Tesla Motors: A Profitable Company?
After going public in 2010, ten-year-old Tesla Motors (NASDAQ:TSLA) is now proving itself to be a viable electric car manufacturer; new models, profitability, and retail expansion are all on the company’s horizon.
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Production concerns dogged Tesla throughout the last months of 2012, but the company announced on January 13 that it had reached its target production rate of 20,000 vehicles per year for its Model S sedan. In late September, worries over its lower-than-anticipated vehicle production rate prompted the company to lower its projected revenue for 2012 to a range of $400 million to $440 million. However, with the company’s production on track, lowered revenue forecasts are no longer on the mind Chief Executive Office Elon Musk, who told Reuters that the company is now aiming at earning its first profit this year.
“I’m hoping we’ll have a profitable quarter this year,” Musk said while accepting an award in Detroit. “Shame on us if we can’t achieve that.”
Tesla is already set to capitalize on its higher production rates. Technology publication Engadget reported on Tuesday that the company will expand its retail footprint in the United States and abroad this year. The car manufacturer opened 13 stores last year, and George Blankenship, Tesla’s vice president of sales, has confirmed that that number will grow to 25 this year. Half of the projected outlets will open their doors in foreign countries, including one location in China. In line with its expansive vision, the company also plans to grow its network of Supercharge charging stations, a free service that aims at allowing Tesla owners to drive from coast to coast without burning any fuel or spending any money on energy costs. With only eight operational stations, located primarily on the West Coast, the plan is quite far from being materialized, but the company will be adding additional charging stations this year as well…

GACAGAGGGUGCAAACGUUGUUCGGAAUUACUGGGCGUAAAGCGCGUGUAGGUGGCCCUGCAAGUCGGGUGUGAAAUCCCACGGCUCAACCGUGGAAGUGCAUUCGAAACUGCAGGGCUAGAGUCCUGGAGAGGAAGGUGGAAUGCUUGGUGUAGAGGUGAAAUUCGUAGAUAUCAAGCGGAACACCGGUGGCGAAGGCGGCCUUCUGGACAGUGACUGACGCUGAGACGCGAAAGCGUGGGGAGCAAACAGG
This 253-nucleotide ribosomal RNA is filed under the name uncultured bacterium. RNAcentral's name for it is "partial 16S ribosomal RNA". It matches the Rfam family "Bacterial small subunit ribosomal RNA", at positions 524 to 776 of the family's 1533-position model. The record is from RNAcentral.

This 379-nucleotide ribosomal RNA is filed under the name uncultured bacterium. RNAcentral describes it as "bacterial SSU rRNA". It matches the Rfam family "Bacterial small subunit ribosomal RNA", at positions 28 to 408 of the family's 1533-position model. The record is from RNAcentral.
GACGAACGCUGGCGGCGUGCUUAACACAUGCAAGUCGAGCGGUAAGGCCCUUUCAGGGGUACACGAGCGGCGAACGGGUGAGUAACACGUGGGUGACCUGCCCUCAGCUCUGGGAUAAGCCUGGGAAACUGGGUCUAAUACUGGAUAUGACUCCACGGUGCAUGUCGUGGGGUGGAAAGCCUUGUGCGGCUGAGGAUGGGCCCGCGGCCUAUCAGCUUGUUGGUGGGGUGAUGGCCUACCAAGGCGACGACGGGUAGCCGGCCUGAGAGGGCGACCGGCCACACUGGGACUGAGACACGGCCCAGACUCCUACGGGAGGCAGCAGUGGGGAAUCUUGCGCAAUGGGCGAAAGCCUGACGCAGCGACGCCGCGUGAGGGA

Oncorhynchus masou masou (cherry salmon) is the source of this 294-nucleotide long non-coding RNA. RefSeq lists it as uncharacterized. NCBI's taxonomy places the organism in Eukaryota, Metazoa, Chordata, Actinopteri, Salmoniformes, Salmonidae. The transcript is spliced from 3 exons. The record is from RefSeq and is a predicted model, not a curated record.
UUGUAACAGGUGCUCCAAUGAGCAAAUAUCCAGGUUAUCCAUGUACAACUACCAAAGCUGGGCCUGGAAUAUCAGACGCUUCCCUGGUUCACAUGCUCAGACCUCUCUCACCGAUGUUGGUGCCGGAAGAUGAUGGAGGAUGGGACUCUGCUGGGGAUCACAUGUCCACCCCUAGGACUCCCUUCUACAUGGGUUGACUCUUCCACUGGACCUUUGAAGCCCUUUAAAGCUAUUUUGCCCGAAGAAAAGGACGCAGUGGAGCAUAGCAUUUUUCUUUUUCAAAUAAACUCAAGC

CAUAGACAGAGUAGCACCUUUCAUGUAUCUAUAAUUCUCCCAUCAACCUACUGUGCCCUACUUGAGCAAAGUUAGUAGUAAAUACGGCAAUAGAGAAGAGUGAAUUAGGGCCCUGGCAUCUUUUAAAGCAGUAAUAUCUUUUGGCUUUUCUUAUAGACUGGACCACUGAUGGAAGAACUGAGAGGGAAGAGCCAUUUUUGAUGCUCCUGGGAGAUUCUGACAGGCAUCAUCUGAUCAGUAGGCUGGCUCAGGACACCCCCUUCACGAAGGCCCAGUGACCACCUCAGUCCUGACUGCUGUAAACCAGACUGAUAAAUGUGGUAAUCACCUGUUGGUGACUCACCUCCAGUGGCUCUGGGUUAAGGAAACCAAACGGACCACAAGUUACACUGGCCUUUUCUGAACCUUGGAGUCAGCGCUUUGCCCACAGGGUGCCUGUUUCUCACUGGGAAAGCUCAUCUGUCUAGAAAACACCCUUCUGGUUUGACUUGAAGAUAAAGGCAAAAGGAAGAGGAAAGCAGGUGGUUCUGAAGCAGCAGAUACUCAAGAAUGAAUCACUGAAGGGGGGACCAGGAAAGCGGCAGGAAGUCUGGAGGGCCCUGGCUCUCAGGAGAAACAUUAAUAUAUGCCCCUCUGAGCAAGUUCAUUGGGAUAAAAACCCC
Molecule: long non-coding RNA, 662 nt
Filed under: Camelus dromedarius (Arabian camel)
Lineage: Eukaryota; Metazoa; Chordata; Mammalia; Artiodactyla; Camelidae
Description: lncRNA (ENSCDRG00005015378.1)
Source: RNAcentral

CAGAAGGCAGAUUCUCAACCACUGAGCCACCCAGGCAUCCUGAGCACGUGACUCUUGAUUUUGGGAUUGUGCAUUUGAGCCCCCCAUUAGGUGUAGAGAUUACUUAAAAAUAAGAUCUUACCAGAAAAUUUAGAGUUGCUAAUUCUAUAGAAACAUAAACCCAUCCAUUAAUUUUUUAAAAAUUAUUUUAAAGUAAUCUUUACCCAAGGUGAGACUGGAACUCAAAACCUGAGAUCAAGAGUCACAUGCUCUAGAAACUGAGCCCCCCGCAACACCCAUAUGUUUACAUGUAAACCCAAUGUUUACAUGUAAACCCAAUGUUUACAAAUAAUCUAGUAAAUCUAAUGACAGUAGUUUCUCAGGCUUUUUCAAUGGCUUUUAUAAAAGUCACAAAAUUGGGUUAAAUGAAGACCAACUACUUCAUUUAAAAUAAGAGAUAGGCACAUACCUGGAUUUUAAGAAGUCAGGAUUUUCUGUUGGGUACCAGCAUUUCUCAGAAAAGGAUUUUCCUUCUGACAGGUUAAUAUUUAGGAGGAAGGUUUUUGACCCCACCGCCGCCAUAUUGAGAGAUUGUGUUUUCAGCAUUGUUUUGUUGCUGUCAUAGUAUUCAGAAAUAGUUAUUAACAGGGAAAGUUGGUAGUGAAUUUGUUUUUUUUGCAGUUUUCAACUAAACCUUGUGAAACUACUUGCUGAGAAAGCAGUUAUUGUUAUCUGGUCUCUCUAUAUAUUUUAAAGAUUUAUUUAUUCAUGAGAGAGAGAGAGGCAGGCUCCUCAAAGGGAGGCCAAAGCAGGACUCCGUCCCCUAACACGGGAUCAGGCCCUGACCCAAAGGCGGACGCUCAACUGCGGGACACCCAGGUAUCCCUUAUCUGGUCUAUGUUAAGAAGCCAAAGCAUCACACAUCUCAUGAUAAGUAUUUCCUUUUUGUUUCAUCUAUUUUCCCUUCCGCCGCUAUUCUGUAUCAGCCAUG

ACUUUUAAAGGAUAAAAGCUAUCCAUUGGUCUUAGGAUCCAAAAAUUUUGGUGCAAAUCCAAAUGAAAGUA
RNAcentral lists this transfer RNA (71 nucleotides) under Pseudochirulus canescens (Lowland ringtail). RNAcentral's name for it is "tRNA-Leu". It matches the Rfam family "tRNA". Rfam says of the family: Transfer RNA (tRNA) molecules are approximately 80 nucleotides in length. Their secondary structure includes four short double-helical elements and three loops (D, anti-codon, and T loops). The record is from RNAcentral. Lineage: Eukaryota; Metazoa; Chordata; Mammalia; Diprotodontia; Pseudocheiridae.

Further good news for Tesla came out of the annual Detroit Auto Show on Tuesday. With General Motors’ (NYSE:GM) Chief Executive Officer Dan Akerson unveiling a new 450-horsepower Chevrolet Corvette and Fiat’s (FIATY.PK) Sergio Marchionne showing off the company’s $130,000 Maserati Quattroporte luxury sedan, auto executives have made this year’s industry trend clear; sportscars are in and electric cars are out in 2013.
While Tesla may make electric vehicles, they are no doubt luxurious. Tesla’s family of automobiles cost between $60,000 and $120,000, which is the “sweet spot” of demand for electric vehicles, according to a JPMorgan Chase research note seen by the publication. Its cars compete in an entirely different market from the lower-priced offerings from General Motors like the Chevrolet Spark, expected to be priced under $25,000 after the federal tax credit, and Ford’s (NYSE:F) electric Focus sedan, which starts around $39,200. And there is no doubt demand is incredibly high, with a packed waiting list and reports from those who have driven the Model S describing the experience almost religiously.
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With production goals hit, the electric car manufacturer is expected to launch the Model X, a luxury crossover vehicle built on the Model S platform, by the second half of 2014.
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